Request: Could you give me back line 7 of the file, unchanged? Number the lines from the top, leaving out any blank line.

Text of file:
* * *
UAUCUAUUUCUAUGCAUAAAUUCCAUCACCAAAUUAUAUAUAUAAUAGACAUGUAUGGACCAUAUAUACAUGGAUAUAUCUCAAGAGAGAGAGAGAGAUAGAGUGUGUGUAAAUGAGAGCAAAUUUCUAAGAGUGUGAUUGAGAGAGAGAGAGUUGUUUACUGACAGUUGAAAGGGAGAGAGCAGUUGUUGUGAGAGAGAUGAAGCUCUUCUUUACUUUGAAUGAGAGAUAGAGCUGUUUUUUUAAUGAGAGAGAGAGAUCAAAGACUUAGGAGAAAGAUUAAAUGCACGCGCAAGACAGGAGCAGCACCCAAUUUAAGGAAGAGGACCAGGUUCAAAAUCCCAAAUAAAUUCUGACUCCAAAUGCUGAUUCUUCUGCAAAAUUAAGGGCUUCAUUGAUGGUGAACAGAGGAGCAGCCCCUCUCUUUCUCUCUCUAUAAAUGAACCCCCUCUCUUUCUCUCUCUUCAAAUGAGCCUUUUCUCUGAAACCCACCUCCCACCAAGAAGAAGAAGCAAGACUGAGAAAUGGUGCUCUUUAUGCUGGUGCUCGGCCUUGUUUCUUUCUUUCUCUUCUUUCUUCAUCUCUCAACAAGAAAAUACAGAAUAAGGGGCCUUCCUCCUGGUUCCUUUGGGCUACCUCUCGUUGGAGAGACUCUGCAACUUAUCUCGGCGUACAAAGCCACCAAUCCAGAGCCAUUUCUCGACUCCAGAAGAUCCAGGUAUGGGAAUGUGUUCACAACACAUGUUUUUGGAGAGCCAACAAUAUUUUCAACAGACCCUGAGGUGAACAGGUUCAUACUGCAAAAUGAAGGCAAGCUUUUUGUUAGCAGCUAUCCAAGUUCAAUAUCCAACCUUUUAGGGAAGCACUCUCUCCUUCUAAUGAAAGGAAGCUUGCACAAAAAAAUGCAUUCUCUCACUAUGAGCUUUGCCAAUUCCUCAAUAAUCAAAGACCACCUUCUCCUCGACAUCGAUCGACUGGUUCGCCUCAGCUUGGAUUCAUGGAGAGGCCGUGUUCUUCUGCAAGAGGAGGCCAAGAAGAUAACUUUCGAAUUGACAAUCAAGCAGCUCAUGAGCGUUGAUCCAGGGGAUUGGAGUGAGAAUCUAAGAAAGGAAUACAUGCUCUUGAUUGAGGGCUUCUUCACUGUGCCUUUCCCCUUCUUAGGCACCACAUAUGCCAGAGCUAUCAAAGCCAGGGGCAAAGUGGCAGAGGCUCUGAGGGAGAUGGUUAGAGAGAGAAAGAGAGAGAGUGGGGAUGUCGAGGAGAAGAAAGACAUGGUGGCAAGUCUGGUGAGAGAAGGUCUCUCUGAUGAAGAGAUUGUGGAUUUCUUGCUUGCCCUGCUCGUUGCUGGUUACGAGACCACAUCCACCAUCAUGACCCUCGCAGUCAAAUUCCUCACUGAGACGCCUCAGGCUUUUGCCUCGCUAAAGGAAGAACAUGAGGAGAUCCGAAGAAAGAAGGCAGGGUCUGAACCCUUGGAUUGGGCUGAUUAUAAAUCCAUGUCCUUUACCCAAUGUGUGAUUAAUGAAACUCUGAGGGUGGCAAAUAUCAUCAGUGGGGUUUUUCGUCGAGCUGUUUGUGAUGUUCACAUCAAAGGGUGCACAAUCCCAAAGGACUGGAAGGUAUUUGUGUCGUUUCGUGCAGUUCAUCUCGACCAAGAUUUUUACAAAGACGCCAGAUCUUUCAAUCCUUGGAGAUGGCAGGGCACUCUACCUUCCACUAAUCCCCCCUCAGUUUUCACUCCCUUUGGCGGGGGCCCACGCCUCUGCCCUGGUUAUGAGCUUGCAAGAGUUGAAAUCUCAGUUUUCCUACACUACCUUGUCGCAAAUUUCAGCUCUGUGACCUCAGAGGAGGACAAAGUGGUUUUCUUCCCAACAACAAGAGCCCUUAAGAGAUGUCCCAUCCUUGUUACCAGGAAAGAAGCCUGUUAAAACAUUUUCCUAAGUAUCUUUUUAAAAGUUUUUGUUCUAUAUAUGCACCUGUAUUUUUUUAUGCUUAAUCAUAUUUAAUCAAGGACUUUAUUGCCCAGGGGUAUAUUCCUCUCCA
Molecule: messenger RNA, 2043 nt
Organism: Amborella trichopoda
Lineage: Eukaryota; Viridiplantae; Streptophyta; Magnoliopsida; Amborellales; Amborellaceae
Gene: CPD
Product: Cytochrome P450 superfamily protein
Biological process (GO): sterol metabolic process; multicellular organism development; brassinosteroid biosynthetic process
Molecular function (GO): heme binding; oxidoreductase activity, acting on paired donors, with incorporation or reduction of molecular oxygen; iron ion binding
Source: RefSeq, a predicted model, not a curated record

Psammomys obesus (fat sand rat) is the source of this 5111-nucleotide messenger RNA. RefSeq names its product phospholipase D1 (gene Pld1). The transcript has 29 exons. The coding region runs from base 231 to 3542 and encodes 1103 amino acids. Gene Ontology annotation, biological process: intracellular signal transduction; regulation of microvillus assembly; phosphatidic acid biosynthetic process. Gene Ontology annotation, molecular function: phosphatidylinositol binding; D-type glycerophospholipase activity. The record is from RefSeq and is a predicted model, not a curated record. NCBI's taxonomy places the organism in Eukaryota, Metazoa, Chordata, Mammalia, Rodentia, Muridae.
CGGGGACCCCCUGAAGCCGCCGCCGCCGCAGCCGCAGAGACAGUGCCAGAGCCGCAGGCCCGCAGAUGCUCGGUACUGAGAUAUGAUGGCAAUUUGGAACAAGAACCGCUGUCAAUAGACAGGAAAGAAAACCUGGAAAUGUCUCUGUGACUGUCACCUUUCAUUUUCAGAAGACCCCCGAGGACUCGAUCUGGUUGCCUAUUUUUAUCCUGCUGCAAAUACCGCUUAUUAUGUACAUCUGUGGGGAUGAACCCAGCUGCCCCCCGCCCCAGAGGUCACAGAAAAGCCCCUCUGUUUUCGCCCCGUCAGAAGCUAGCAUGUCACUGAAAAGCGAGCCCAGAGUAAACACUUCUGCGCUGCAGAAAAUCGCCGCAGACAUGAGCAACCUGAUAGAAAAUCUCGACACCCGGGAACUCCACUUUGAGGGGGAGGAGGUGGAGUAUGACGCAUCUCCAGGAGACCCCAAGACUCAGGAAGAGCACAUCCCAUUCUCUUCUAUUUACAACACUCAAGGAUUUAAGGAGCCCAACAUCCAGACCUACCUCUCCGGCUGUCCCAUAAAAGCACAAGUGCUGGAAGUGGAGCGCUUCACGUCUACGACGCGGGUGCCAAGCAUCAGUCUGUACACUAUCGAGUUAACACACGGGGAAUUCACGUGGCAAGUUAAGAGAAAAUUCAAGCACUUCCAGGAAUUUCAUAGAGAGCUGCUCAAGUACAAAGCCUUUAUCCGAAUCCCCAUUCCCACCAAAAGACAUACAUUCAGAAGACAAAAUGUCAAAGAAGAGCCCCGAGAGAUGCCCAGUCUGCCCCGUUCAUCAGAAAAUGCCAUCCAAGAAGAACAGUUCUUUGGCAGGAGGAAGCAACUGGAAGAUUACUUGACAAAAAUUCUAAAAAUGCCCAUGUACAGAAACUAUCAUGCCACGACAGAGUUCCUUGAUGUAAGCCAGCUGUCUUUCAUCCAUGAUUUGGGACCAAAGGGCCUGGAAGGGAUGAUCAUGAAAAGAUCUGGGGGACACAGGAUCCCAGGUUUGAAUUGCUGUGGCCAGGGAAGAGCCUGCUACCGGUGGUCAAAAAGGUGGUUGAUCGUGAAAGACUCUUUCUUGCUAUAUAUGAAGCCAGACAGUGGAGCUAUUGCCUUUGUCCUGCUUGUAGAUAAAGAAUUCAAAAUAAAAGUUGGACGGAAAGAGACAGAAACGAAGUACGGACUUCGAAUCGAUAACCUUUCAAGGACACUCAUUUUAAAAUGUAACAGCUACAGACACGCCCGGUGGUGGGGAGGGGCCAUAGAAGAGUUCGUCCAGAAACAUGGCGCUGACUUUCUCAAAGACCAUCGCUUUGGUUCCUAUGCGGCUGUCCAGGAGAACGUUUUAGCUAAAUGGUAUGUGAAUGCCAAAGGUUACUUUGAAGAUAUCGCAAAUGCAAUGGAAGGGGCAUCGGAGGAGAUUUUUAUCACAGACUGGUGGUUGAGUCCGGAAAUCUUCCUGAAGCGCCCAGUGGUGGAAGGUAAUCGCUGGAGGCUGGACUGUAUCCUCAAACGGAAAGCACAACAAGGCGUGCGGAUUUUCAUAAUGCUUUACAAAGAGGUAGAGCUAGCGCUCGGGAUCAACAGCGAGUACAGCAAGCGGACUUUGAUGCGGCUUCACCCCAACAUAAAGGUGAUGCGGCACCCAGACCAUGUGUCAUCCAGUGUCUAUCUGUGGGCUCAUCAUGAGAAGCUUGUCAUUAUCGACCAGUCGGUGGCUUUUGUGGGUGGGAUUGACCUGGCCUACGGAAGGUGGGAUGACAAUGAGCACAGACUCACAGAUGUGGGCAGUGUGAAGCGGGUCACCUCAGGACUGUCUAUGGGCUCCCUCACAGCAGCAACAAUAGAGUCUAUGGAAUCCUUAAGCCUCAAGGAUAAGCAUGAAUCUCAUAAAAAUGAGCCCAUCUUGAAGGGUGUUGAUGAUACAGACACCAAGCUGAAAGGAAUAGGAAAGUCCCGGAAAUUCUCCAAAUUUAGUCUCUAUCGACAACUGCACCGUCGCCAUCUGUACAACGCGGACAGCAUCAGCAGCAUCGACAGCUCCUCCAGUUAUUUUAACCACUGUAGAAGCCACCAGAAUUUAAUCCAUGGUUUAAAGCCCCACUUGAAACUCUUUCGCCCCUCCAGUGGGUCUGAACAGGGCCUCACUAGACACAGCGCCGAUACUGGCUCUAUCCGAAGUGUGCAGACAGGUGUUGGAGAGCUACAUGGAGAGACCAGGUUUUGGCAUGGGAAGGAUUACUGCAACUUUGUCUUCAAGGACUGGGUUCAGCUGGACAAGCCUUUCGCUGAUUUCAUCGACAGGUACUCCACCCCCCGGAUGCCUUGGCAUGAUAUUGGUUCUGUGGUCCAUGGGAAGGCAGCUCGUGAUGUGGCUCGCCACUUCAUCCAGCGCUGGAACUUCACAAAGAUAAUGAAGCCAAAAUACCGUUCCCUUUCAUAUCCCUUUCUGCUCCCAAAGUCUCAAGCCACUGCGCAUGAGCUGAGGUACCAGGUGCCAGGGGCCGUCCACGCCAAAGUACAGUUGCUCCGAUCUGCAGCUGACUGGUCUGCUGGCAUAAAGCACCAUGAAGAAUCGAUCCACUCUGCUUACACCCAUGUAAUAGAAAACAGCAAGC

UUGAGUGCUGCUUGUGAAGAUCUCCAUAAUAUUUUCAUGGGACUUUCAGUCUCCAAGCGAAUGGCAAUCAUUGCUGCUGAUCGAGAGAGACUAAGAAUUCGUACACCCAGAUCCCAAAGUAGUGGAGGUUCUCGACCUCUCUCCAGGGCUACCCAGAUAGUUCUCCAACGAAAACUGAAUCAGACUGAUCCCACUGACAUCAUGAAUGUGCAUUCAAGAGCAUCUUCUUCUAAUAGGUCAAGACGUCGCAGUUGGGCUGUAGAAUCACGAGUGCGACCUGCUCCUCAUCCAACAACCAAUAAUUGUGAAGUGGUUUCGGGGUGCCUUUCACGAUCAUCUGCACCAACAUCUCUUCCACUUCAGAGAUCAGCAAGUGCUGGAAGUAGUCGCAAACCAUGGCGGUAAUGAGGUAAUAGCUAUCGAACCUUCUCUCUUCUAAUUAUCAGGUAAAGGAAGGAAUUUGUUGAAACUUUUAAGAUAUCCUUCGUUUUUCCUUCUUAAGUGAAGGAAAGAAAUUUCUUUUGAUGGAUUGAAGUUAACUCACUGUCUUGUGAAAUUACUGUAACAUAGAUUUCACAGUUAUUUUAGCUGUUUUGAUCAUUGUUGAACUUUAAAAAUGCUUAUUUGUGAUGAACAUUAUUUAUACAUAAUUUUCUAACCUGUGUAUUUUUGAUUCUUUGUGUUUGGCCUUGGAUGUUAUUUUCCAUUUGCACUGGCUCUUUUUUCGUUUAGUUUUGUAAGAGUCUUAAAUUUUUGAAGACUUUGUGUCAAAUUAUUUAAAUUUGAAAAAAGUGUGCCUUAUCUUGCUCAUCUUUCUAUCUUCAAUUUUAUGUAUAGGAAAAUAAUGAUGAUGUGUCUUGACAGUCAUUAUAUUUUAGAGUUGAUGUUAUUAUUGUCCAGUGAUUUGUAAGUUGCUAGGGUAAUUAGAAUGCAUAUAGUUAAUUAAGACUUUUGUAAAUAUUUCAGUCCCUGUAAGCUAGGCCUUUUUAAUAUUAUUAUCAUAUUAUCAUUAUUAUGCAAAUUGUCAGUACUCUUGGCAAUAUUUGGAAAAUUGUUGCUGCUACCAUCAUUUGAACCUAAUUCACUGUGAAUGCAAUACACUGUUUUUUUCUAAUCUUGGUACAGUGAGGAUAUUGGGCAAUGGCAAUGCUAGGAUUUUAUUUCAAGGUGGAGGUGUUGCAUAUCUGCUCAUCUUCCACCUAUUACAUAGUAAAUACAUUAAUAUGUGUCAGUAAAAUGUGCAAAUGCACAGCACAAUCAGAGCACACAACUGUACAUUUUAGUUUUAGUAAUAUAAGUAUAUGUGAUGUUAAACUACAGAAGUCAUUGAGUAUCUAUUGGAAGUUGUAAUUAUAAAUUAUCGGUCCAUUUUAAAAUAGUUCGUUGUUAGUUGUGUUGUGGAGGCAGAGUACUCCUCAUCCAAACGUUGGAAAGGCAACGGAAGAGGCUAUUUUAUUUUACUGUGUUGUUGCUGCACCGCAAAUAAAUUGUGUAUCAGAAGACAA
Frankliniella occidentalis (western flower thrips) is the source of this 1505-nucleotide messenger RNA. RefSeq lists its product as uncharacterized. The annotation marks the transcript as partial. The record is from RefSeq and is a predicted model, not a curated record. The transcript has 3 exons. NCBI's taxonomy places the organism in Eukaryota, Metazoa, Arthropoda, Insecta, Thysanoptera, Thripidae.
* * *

Biological process (GO): sterol metabolic process; multicellular organism development; brassinosteroid biosynthetic process